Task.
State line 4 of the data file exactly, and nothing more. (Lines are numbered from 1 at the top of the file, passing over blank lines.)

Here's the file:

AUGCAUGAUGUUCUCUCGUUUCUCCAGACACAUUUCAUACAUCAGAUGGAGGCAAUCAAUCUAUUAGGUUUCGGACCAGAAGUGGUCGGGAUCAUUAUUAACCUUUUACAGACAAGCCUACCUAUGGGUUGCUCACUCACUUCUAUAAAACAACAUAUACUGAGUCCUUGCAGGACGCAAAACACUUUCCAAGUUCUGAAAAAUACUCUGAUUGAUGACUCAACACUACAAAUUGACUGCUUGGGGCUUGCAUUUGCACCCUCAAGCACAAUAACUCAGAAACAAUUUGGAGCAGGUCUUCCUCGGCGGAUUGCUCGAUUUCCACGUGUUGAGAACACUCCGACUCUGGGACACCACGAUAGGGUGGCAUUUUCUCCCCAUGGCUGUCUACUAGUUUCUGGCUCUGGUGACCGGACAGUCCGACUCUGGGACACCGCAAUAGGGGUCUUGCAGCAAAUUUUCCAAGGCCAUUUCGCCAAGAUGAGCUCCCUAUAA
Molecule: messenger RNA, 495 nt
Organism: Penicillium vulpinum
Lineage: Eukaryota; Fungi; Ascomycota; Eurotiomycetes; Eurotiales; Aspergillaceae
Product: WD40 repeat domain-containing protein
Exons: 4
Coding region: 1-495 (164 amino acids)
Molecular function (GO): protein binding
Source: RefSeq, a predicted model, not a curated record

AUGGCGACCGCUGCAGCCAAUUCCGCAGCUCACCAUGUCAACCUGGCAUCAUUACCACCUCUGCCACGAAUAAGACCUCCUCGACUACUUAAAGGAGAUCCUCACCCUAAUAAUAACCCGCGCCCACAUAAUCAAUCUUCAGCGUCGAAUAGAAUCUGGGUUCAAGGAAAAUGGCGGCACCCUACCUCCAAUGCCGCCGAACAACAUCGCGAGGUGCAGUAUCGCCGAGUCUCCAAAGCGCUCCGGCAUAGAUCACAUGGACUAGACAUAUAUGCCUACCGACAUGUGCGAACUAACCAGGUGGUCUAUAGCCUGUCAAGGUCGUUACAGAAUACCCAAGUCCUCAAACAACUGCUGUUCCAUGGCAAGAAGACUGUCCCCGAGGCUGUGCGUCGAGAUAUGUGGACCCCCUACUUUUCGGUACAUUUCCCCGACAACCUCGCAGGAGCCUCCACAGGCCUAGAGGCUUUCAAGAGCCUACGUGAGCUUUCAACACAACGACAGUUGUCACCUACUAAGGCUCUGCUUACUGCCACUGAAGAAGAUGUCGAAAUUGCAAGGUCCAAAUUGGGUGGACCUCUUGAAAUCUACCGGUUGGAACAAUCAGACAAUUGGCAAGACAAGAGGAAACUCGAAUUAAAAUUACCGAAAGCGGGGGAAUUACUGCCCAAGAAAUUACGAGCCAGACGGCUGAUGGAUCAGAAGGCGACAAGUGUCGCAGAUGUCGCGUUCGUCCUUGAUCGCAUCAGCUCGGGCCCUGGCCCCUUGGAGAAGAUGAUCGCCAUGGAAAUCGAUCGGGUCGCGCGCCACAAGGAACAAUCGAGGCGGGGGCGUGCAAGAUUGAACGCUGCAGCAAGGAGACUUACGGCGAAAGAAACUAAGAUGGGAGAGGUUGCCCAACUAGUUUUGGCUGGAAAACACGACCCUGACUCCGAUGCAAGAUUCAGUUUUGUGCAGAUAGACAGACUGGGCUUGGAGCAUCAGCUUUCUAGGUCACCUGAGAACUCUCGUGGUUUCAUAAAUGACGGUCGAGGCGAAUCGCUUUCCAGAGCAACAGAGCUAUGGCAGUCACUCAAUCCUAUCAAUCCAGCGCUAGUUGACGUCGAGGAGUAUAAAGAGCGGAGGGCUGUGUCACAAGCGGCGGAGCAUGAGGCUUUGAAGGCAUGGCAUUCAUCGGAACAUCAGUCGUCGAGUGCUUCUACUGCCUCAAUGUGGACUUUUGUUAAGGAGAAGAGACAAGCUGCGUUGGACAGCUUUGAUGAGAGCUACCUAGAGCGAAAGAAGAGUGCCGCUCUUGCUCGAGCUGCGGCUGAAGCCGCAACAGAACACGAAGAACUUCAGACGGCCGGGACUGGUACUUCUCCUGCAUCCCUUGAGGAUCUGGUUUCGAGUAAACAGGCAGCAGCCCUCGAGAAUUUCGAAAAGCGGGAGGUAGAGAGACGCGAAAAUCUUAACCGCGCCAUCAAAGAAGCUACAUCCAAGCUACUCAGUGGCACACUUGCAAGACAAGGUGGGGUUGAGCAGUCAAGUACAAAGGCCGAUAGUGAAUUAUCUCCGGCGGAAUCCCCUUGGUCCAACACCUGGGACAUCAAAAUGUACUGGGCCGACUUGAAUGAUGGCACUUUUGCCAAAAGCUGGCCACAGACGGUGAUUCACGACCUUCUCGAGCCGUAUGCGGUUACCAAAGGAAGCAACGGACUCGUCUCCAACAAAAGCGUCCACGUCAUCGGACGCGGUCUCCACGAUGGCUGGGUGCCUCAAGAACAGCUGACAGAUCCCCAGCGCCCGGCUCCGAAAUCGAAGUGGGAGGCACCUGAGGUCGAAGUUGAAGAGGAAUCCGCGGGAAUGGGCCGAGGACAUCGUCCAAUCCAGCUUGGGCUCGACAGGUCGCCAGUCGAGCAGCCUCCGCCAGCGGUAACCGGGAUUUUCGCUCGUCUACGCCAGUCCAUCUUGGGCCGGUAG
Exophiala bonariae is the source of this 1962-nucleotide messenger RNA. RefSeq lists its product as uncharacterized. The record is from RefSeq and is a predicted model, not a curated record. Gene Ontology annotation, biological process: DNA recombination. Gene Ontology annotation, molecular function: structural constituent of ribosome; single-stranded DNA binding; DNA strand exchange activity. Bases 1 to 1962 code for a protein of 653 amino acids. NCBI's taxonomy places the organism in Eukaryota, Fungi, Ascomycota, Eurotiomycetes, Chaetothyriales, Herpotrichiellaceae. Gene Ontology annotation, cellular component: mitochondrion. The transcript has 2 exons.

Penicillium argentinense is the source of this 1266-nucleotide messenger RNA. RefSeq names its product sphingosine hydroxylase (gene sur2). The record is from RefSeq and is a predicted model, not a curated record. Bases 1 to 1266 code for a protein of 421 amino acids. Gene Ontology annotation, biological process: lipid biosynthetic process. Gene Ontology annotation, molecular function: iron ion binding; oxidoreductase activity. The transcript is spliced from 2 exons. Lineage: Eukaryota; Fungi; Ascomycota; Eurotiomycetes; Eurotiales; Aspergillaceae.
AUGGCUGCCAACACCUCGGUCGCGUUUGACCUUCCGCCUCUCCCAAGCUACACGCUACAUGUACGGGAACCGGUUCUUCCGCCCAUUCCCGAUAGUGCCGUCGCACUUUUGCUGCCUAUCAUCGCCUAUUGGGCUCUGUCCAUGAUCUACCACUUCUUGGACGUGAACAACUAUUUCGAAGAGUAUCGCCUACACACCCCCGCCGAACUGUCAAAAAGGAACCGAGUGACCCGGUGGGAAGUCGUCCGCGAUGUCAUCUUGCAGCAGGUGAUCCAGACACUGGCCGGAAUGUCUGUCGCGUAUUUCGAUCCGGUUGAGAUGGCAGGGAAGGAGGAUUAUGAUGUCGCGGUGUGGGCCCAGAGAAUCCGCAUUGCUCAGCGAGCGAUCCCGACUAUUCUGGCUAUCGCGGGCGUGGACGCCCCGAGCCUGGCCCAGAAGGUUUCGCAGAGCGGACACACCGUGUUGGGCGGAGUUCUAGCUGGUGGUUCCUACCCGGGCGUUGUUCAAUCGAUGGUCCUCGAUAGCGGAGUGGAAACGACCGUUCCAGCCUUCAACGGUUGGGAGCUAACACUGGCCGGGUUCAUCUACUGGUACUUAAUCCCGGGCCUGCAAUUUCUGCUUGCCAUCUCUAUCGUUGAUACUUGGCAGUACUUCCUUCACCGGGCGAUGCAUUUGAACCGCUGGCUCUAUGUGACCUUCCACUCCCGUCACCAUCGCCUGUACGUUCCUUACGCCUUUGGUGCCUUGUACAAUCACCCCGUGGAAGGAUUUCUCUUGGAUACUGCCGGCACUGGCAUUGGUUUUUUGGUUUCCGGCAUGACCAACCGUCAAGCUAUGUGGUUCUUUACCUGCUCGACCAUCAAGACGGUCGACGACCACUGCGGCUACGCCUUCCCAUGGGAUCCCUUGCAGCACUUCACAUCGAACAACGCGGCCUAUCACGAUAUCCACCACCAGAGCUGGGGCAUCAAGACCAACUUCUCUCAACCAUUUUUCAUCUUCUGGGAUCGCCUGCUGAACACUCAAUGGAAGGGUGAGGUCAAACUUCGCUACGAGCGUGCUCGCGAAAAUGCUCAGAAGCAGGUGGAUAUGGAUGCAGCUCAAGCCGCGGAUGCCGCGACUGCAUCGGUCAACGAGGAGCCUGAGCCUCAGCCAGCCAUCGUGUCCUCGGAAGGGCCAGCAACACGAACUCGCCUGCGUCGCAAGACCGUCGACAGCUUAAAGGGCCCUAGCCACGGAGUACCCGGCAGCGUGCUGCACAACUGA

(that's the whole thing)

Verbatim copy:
Lineage: Eukaryota; Fungi; Ascomycota; Eurotiomycetes; Eurotiales; Aspergillaceae